Sunday, June 15, 2008

Supreme Court Flunks Civics Test

This post is for those who are glad that the detainees held at Guantanamo Bay are going to be allowed habeas corpus hearings in U.S. Federal Court. Boumedine vs Bush (pdf) was an awful decision. And even if you believe that on the merits that this particular case was decided correctly, none of us should be happy at all about the way it came to be decided. The Supreme Court overstepped its bounds on emotional grounds, and it is doubtful that either of the other branches have the will to tell them so.

The government of the Unitied States is built on a system of checks and balances. One of the balances is that while Congress passes laws, the Courts get to decide how those laws are applied. Since early in the history of the republic, the courts have decided if laws are in accord with the Constitution.

Another of the checks and balance is that Congress gets to decide the makeup of the Judiciary, within limits. In particular, Congress, as set forth in Article III section 2, gets to decide jurisdiction (emphasis mine):

In all Cases affecting Ambassadors, other public Ministers and Consuls, and
those in which a State shall be Party, the supreme Court shall have original
Jurisdiction. In all the other Cases before mentioned, the supreme Court shall
have appellate Jurisdiction, both as to Law and Fact, with such Exceptions, and under such Regulations as the Congress shall make.
This is not a matter for the courts to judge. If Congress passes a bill and the President signs into law a measure exempting some class of cases from Supreme Court jurisdiction, then by the plain text of the Constitution the Court cannot exert authority over that class of cases. Professor Bainbridge agrees.
Although the law here is not well developed, I have always assumed that Congress could strip the courts of jurisidiction to hear even claims that constitutional rights were being violated. Not that that’s a good idea. But it does seem to be what the framers intended.
And yet Justice Kennedy, writing for the majority(pdf), says:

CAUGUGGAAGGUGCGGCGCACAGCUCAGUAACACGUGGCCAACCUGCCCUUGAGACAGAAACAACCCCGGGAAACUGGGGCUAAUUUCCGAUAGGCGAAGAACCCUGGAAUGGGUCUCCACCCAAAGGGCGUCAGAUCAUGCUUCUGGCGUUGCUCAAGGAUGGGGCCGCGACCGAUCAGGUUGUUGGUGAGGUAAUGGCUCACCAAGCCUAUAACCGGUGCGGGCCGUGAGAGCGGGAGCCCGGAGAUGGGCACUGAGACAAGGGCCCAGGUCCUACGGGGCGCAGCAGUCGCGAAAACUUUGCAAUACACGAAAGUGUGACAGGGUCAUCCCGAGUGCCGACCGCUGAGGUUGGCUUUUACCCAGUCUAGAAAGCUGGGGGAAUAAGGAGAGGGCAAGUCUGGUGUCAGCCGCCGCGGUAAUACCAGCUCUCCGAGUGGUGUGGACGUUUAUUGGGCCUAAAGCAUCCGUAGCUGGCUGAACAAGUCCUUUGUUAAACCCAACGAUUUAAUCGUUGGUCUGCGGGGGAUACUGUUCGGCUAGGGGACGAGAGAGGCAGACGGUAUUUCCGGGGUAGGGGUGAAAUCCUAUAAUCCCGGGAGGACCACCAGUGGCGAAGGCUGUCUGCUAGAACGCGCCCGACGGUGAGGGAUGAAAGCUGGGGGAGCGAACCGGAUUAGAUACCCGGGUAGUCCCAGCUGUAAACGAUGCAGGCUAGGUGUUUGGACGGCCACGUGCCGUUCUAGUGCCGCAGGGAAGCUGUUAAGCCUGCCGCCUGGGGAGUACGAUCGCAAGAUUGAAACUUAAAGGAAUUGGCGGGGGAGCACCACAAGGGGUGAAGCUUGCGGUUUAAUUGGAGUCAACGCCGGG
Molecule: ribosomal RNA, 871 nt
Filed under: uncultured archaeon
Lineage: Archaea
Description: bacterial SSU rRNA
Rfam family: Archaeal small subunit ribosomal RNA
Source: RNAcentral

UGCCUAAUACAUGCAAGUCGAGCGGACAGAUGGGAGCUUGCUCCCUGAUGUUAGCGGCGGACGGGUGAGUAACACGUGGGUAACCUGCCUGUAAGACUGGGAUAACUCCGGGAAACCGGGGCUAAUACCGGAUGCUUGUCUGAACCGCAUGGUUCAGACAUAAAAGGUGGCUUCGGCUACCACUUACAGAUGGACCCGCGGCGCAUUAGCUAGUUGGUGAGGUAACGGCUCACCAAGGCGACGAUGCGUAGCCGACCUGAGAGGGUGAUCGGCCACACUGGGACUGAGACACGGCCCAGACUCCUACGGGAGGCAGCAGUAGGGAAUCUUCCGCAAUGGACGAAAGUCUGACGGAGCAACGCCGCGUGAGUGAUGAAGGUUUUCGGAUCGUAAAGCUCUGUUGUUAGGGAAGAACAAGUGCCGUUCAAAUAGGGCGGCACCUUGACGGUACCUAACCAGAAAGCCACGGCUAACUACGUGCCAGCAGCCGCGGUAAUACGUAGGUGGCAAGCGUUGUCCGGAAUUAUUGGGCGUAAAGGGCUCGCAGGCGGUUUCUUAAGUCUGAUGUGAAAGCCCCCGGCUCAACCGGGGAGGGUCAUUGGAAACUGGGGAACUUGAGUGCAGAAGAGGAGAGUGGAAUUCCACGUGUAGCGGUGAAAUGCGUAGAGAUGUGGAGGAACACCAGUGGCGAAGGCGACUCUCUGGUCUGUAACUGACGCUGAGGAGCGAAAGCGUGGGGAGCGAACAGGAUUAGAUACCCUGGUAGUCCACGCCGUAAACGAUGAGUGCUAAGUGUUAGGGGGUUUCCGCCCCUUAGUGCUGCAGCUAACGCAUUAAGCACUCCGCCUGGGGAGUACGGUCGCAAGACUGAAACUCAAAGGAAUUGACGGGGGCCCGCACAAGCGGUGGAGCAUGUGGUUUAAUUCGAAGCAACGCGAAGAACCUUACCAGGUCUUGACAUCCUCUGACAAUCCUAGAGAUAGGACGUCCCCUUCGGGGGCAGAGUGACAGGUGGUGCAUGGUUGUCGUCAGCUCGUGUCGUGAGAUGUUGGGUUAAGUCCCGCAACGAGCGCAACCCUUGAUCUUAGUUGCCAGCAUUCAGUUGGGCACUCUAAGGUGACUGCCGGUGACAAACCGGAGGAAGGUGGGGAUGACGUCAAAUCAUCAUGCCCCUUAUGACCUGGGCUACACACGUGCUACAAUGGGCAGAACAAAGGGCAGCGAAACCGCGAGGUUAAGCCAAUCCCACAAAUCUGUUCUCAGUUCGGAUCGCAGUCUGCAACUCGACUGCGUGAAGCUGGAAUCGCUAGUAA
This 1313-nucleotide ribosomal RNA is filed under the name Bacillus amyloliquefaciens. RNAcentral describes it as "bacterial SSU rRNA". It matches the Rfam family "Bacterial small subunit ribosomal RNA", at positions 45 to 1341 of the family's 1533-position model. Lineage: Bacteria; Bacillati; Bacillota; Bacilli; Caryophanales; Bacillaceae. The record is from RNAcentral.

Our basic charter cannot be contracted away like this. The Constitution grants Congress and the President the power to acquire, dispose of, and govern territory, not the power to decide when and where its terms apply.
But as noted, Congress does have the power to limit the Court's jurisdiction, and with the Detainee Treatment Act and the Military Tribunals Act, Congress did exactly that.

To illustrate some of the arguments in this matter, and to show why those who side with the Court got it wrong, we take a little side trip to Geneva. A story in the Jun 23, 2008 issue of Newsweek makes some fundamental errors in its analysis, I think primarily because of its full-throttle Bush Derangement. The story says the Bush team "overplayed a winning hand" by, among other things, not giving enough rights to detainees.
Historically, prisoners of war have no rights in U.S. courts. But even so, they are released when the war ends. The War on Terror has no foreseeable end. What's more, since the terrorists don't wear uniforms, it can be hard to discern who the real enemies are. Under the four 1949 Geneva Conventions, prisoners of war have some rights. But after 9/11, hard-liners in the administration decided that terror suspects brought to Guantánamo and various secret prisons around the world lacked any of the protections of the Geneva accords because they were "unlawful combatants."

The Geneva Conventions are supposed to reflect how we treat prisoners we capture in war. At least, we should not be in violation of the Conventions.